There are whole library shelves out there full of cocktail books, which means it’s almost impossible for every craft cocktail bar, even the best of them, to have every obscure amaro or vermouth or bitter, let alone tincture, shrub, or syrup, to make every conceivable cocktail. As a result, the craft cocktail boom has seen the creation of a multitude of great cocktails constructed completely out of necessity to cope with the absence of one or more key ingredients. The Ballard Bridge is one such cocktail, invented by Brady Sprouse at Seattle’s Barnacle. According to an interview Brady gave to Whisky Advocate, he designed the cocktail when a customer asked for a Brooklyn and the bar didn’t have the all-important Amer Picon. Brady substituted Ramazzotti while also adding amaretto in place of the Luxardo maraschino liqueur.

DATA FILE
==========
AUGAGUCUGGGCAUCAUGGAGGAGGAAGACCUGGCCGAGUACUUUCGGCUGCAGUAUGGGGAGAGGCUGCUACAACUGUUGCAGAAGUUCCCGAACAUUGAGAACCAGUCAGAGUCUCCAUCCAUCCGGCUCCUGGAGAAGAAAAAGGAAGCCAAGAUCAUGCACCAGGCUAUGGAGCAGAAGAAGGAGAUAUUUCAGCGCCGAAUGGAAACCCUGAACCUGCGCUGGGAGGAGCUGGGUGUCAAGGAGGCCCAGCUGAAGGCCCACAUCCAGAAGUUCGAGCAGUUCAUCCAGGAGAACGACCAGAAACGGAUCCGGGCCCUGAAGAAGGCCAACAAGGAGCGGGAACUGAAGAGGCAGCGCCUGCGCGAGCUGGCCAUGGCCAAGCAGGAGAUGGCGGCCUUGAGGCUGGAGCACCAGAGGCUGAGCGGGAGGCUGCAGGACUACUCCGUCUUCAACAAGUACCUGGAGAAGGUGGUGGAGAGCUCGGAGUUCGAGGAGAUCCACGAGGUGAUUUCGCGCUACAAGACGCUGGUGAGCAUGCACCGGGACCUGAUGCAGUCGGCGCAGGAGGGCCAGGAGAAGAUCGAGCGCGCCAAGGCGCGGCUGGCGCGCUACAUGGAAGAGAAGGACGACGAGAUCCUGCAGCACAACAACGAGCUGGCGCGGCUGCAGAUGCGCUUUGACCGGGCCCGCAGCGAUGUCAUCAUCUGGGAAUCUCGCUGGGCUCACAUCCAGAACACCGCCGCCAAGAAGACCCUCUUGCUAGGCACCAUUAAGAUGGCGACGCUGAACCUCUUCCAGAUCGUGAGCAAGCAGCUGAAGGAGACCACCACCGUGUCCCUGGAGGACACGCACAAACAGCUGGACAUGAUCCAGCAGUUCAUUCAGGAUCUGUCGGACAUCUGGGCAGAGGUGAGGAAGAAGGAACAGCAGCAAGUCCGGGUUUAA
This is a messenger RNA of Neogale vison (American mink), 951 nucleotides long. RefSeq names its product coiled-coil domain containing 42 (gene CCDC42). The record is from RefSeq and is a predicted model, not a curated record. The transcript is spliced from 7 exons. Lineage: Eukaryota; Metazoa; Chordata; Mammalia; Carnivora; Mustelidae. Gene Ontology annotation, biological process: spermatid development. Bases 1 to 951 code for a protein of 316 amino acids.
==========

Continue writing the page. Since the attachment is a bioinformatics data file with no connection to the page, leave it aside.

The resulting cocktail is a wonderfully light and complex Manhattan-style concoction. The dry vermouth helps to cut some of the heavier, syrupy sweetness normally found in Manhattans while also amplifying some of the subtler notes in each ingredient, showcasing more of the spice and citrus with just enough sweetness to keep things enticing. Fair warning, this one is exceedingly drinkable. I’ve finished two in the time it took me to write about it.
1.5 oz rye whiskey
.75 oz. Dolin Dry vermouth
.75 oz. Ramazzotti amaro
1 barspoon (about a teaspoon) amaretto liqueur
2 dashes orange bitters
Stir all ingredients over ice and strain into a chilled coupe. Garnish with an orange peel.